O.K. I say often – Every choice has a consequence! I live and breath that concept. I’ve lived it – serving time in prison. But, I have to ask in these comments – Is 30 years excessive?
According to the White Collar Crime Prof Blog the following was stated: “United States Attorney’s Office for the Southern District of Florida issued a press release that Samantha Johnson and Scott Warren Johnson, husband and wife, were sentenced following their guilty please to “a wide-ranging mortgage fraud scheme.” The sentences were 60 months for Samantha Johnson and one year for Scott Johnson. The press release said that they received “in excess of 2.5 million in ill gotten gains.”
Now compare this to the sentence received by Chalana McFarland, a first offender who was sentenced for mortgage fraud (see here) to 30 years imprisonment for her role in an extensive mortgage fraud scheme that skimmed $20 million from the sale of over 100 homes from 1999 to 2002.
Why such a disparity in sentence? Could it be that the first group of individuals plead guilty and the second person risked trial? When the stakes are so high, do you really have a constitutional right to a jury trial?”
The White Collar Crime Prof Blog goes further to state: ”
30 Years to Non-violent First Offender in White Collar Case
The case of Chalana McFarland, pending in the 11th Circuit, is a case that should be closely watched as it involves a sentence of 30 years for a non-violent first offender in a white collar case. The defendant argues that this sentence is unreasonable. The preliminary briefs are below:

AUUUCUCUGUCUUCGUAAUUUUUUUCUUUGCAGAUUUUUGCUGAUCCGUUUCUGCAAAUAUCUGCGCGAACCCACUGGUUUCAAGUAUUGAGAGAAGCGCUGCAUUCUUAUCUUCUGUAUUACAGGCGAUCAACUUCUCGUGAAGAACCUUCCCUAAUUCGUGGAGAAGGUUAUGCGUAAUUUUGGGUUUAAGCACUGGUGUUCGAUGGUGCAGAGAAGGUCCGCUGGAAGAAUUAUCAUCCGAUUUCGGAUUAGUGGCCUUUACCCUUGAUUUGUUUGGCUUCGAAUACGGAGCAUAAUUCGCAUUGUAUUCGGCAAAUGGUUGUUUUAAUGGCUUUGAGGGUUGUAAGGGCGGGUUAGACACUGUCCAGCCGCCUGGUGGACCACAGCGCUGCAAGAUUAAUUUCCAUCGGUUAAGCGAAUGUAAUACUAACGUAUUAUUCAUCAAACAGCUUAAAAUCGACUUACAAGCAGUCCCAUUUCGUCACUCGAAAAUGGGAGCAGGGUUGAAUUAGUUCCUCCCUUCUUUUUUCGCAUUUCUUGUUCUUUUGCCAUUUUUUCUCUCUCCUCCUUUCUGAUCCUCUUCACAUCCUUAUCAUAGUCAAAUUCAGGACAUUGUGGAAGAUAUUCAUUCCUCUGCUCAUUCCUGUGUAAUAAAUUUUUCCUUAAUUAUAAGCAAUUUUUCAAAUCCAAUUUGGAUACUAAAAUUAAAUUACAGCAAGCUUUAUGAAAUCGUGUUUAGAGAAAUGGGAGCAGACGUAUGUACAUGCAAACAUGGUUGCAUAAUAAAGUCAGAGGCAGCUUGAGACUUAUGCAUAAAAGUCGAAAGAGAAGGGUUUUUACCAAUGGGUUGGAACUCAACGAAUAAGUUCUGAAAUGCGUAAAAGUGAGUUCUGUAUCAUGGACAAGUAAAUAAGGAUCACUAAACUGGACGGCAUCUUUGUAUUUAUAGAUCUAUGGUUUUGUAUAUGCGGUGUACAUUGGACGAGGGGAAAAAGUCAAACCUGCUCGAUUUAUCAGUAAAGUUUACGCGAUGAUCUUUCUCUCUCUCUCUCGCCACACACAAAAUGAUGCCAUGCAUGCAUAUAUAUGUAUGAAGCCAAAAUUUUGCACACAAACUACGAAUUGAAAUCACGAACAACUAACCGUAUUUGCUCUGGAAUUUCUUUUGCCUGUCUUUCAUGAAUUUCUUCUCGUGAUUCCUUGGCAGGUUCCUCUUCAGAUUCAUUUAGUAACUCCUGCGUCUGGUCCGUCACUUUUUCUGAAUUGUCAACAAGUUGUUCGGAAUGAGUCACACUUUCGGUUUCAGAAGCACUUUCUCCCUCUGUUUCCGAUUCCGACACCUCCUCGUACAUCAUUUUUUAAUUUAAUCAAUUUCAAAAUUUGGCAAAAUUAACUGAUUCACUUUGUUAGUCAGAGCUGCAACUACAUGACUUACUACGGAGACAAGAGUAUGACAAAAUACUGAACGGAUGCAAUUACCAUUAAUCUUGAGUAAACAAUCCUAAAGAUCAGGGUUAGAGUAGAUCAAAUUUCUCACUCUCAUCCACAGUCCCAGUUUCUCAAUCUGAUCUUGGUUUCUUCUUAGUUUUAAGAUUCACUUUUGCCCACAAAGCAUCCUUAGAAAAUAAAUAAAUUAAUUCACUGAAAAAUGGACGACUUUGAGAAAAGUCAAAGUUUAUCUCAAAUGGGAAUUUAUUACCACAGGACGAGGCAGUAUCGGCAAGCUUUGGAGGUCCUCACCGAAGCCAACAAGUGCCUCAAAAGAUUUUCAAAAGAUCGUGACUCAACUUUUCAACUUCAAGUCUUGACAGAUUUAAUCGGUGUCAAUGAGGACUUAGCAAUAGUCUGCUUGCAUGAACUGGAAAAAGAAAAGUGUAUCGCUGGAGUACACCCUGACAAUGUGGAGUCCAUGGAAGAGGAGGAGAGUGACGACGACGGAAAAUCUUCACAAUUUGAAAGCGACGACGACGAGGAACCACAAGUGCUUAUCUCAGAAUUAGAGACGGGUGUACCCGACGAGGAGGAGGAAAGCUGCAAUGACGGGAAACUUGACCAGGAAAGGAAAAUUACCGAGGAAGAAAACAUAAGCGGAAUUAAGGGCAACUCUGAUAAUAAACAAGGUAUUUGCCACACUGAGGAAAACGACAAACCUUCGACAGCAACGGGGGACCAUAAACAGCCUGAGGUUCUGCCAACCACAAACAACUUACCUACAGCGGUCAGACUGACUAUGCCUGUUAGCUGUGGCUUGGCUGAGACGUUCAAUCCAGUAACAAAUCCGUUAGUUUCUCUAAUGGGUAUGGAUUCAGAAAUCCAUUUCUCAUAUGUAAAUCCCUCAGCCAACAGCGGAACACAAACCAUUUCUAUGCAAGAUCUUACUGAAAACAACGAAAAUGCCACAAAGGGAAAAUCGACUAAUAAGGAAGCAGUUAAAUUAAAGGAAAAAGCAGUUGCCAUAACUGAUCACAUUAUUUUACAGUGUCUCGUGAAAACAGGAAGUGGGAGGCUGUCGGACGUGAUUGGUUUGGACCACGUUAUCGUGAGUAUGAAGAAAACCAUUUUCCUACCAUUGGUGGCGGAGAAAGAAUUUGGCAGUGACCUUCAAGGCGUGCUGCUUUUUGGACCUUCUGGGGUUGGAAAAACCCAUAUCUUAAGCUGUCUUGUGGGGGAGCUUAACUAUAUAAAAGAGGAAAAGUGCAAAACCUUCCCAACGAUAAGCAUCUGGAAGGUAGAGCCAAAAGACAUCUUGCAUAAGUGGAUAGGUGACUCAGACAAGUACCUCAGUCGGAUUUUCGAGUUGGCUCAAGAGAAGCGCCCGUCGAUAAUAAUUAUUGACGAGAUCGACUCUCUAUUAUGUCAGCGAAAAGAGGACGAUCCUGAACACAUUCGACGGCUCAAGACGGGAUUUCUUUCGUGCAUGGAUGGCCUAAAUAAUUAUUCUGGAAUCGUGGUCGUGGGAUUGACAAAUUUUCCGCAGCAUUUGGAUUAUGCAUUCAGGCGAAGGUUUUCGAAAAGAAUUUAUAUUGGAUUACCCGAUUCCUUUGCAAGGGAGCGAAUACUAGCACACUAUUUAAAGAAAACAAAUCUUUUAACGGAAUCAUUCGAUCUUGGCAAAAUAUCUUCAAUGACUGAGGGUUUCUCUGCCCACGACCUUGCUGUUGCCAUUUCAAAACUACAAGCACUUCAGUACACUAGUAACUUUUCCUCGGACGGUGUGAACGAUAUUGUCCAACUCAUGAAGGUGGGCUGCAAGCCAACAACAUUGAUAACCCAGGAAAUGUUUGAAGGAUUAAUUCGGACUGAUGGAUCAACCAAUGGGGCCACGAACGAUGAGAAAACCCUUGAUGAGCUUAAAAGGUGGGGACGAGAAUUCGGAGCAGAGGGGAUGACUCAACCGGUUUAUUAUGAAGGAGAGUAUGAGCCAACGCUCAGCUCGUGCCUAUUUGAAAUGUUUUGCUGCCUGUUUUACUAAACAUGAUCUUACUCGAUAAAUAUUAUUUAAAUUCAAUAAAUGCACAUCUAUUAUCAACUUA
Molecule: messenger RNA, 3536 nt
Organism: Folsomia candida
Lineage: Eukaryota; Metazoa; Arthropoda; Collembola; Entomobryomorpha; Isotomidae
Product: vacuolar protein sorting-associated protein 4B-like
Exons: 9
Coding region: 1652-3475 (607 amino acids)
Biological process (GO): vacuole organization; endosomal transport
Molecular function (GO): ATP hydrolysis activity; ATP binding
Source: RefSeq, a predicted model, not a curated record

The parties also filed briefs in response to the Rita case. As noted in McFarland’s supplemental brief –
“Ms. McFarland also has a young child and has lost her reputation in the legal community as well as in the general community. Her incarceration has been very difficult for her parents and young child. If President Bush is correct that Libby’s sentence of 30 months is ‘excessive’ than surely Chalana McFarland’s 360 month sentence is excessive as well, and should be reversed.”
So here are the questions:
(1) If President Bush said that Scooter Libby’s sentence was unreasonable, what do you think about this sentence?
(2) Was this sentence the outcome of electing to take advantage of the constitutional right to a jury trial vs. pleading?
I elected to plead guilty to my crimes and had the agreement with the U.S. Attorney as to the length of sentence according to the sentencing guidelines. Today, I share with businesses and associations that – Every Choice Has A Consequence. http://www.chuckgallagher.com
But 30 years…Wow!